Eating My First Bowl of Amala and other things Returning To The West Has Brought Me

When I informed my family and friends that I was posted to Ondo State for my National Youth Service, after spending the last year in Ile-Ife, Osun State most were of the opinion that I held some kind of bond to the Southwestern part of Nigeria.

I have always loved the West as a child, without (good) reason, and even though I make frequent trips to Lagos, it was not until last year that I experienced the West for all that it embodies. I have never had to geniculate to greet an elder, attempt to eat amala with ewedu or say, ‘Mi o gbo Yoruba,’ when someone says something to me in Yoruba that I do not understand.

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The picturesque hills of Ikare-Akoko, Ondo State.

When fate had me returning to this part of the country, I decided it was either to learn something I missed out in the course of the last year, correct a misconception or understand better a few things that puzzle me.

For whatever reason I have to spend the next year in the West, I am open to the thrills, new experiences I will have and new persons I would meet. This time, in a largely different setting, a livelier city, and on much better terms – a Nigerian Corp Member with an abundance of time and goodwill.

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Behind the Lens: A story of Papa

Papa lives in Sothern Nigeria. Even though there are tales of its sojourn in the South-South region of Nigeria, it appears that Papa makes its home in South-West Nigeria – these people are more acquainted with Papa’s escapades.

I first heard and came into contact with Papa in November, when I was sent to the NYSC Orientation Camp, Ikare-Akoko, Ondo state.

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NYSC orientation camp, Ikare-Akoko, Ondo State, Nigeria. Shot on Samsung Galaxy J6+ by yours truly.

Papa was in our vicinity, its presence felt in increasing measures as our days turned into weeks.

Being a corp doctor, I was mostly in the clinic, attending to sick corp members and other NYSC officials who were camped with us.

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Reflections: The Past One Year – Gains, Losses, and Hopes

A little over a year ago, I packed my bags and relocated to the ancient city of Ile-Ife to begin what would be a one-year-long paid internship in the prestigious Obafemi Awolowo University Teaching Hospitals Complex (OAUTHC), Ile-Ife.

Before arriving Ile-Ife, I am not sure if I knew about the hospital, but I was already on what my friends and I optimistically termed, Medical Tourism; traveling across the federation and visiting its various medical institutions in the search for placement for housemanship.

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Work & Life Lately

Happy new year, lovelies.

Allow me welcome you to your best year yet.

Yes, that’s how I feel about 2019.

In the days and weeks that I haven’t put up a blog post, a lot has happened revolving around work and life generally.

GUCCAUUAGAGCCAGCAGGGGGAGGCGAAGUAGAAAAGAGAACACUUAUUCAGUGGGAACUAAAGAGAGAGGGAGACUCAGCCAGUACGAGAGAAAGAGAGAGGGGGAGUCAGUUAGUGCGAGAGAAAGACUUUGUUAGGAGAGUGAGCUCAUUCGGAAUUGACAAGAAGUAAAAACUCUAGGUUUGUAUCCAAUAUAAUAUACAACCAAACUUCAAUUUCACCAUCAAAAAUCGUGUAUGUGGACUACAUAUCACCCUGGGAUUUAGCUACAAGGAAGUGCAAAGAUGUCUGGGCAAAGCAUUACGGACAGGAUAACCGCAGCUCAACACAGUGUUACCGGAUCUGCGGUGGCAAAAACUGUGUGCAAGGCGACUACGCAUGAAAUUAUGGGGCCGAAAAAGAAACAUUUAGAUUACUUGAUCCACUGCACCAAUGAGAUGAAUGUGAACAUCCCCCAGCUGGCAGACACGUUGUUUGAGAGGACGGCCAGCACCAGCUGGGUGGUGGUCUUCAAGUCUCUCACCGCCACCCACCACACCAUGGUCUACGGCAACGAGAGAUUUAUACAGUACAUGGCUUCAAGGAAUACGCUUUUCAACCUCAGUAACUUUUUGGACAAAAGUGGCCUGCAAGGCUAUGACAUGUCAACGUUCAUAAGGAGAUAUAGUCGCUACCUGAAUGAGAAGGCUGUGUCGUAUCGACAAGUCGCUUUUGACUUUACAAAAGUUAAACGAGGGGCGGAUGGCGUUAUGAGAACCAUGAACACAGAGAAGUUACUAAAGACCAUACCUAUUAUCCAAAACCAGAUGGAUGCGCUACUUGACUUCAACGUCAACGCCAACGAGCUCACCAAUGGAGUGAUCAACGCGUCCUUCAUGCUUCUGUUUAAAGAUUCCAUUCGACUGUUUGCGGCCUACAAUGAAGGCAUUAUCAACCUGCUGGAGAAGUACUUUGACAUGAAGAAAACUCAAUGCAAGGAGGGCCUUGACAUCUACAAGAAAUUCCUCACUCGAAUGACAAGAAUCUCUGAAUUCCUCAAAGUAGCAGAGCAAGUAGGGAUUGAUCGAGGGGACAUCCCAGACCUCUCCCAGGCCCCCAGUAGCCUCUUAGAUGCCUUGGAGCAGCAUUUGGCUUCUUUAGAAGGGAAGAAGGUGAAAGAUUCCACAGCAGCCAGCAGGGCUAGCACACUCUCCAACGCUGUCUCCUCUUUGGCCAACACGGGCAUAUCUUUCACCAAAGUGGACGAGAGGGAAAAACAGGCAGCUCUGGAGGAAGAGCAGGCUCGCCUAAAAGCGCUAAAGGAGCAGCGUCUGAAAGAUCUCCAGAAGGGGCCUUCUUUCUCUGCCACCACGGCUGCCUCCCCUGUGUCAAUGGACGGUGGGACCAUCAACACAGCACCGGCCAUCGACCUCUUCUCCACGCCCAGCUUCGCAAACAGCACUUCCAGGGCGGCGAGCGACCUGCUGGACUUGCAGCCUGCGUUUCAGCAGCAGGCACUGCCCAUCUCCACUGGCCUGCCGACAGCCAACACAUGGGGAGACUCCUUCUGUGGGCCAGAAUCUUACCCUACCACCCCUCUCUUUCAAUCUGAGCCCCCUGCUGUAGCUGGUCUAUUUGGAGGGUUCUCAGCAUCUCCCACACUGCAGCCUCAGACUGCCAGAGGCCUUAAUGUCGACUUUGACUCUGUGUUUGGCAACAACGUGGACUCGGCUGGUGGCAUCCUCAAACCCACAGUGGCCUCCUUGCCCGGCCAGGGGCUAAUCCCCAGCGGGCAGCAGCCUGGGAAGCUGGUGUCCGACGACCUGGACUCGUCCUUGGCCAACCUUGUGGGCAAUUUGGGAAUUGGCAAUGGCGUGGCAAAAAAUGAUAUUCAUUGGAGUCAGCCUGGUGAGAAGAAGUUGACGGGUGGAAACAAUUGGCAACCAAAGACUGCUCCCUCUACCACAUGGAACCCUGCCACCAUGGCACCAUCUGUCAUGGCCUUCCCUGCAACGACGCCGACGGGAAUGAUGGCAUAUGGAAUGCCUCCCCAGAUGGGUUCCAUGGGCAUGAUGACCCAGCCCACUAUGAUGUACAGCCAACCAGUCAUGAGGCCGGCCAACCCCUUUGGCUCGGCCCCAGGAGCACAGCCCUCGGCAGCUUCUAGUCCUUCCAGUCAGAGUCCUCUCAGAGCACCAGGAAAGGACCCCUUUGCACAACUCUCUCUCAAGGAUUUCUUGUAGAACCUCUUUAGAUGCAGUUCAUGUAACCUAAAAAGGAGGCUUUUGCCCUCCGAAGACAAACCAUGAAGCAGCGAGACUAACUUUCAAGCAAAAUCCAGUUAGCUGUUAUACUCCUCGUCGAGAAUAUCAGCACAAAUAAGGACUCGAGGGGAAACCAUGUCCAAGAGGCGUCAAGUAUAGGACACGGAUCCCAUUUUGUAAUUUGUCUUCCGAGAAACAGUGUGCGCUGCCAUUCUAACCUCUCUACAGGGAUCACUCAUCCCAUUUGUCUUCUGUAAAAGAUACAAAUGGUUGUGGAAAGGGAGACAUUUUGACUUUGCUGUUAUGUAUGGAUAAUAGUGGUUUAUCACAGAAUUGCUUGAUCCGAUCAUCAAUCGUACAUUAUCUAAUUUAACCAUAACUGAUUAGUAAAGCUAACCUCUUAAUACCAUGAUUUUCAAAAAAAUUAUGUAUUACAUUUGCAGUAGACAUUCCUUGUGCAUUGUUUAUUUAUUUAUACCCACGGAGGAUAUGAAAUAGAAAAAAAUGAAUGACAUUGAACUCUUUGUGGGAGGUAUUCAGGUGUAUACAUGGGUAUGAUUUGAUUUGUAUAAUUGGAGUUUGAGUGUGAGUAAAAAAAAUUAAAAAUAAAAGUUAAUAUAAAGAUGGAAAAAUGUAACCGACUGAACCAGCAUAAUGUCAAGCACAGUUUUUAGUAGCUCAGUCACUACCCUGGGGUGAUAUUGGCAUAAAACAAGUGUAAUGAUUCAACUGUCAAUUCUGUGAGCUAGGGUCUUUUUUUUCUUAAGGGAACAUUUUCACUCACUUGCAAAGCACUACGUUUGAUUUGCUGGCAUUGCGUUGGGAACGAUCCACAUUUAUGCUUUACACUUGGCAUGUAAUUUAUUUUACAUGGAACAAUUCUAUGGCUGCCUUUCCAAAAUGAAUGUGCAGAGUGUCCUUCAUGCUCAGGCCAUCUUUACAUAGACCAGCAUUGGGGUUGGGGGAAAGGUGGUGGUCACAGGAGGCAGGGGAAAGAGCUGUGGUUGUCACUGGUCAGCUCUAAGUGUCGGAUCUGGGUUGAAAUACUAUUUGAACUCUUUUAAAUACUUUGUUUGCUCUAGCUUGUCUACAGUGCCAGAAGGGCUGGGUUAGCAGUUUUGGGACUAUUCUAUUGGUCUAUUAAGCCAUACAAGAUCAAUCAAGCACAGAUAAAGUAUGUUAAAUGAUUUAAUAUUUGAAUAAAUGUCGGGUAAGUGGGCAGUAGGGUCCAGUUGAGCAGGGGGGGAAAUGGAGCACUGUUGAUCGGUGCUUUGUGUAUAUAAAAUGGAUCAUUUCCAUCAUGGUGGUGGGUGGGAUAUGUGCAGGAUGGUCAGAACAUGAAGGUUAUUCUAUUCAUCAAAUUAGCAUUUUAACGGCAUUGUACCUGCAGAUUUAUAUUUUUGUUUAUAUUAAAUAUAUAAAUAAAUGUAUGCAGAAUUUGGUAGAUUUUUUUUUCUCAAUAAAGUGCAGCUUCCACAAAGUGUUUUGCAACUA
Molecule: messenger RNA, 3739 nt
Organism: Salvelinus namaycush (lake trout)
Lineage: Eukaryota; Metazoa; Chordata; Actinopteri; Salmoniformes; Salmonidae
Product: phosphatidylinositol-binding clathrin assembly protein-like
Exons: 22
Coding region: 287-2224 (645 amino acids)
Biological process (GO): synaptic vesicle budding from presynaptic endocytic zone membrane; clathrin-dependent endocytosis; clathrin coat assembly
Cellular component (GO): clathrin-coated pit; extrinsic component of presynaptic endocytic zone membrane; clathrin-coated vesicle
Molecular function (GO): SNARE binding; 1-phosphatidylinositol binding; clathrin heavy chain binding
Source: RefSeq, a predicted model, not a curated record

My last blog post was about my internal medicine experience and there was a lot of cheers to my tenacity, and I earned a community of friends and family who were counting down with me to the end of the posting.

Weeks after I made the post and had most of my seniors at work, who are thankfully my friends also, read the post, one said to me, ‘You better go and tell your blog readers that you are suffering now. You had not gotten the real taste of Renal when you made the post.’

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Africa Through My Lens

I might not have been to a lot of countries, but for the average Nigerian of my age, I daresay I have done well for myself and I am still pushing.

Tony

I might not have been to a lot of countries, but for the average Nigerian of my age, I daresay I have done well for myself and I am still pushing.

I have visited and spent a good length of time in eight African countries; seen the borders of four African countries; and the world through the stories of my friends who live in different parts of the world.

As a child, I got restless being in one place for long. It was not until I got into the university that I discovered that that was a pointer to who I was to become later – a “Traveler/Walker.”

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From Jalingo to Port Harcourt, and Everything In Between

My trip to Jalingo was the first time I was going to be away from home for more than a week. Well two weeks, if you count the holidays I spent with my grandparents as a child. And home has always been Port Harcourt, of the Bole and black soot fame. When you’ve lived in one city for over twenty years, it sort of grows on you and makes it difficult to adjust to any other place.

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Although I love to travel, I wasn’t enthusiastic about this particular journey at all. The only bright spot was that I was going by air and the entire trip would be over in less than four hours. So that Monday morning in November, I dragged myself to the airport at 8, boarded by 9, and less than an hour later we touched down Abuja amidst the blistering heat. After some thirty minutes of back-and-forth at the check-in counter, I was able to secure a seat on the only inbound flight to Jalingo airport. The flight itself was pretty uneventful asides the constant panic attacks of the white lady who sat next to me whenever the plane was in turbulence. And oh, I think the state governor or the deputy was also on the same flight.

But I wouldn’t say any more about that journey or the details of all that went down during my three-week stay in Taraba state. Instead, what I will talk about is the journey back to Port Harcourt, a 20-hour road trip spread across three days, six different states and countless villages. I decided to come back by road for two reasons. First, the flight tickets were a bit pricey and since I wasn’t quite sure the exact day I was going to leave town, I didn’t want to risk it. Besides, somewhere in my heart I also wanted to experience the upsides of a road trip like seeing actual landmarks and crossing boundaries.

To get the most out of the journey, I had planned to travel from Jalingo to Markudi or Onitsha (relatively close towns) where I could find a decent hotel to lodge for the night and then continue the following day to Port Harcourt. Sure enough, this journey didn’t disappoint with some of the thrills I’d expected, but a few lessons got thrown into the mix as well and these I want to share with you:

1. If you know the details of the journey, you may not be willing to take that first step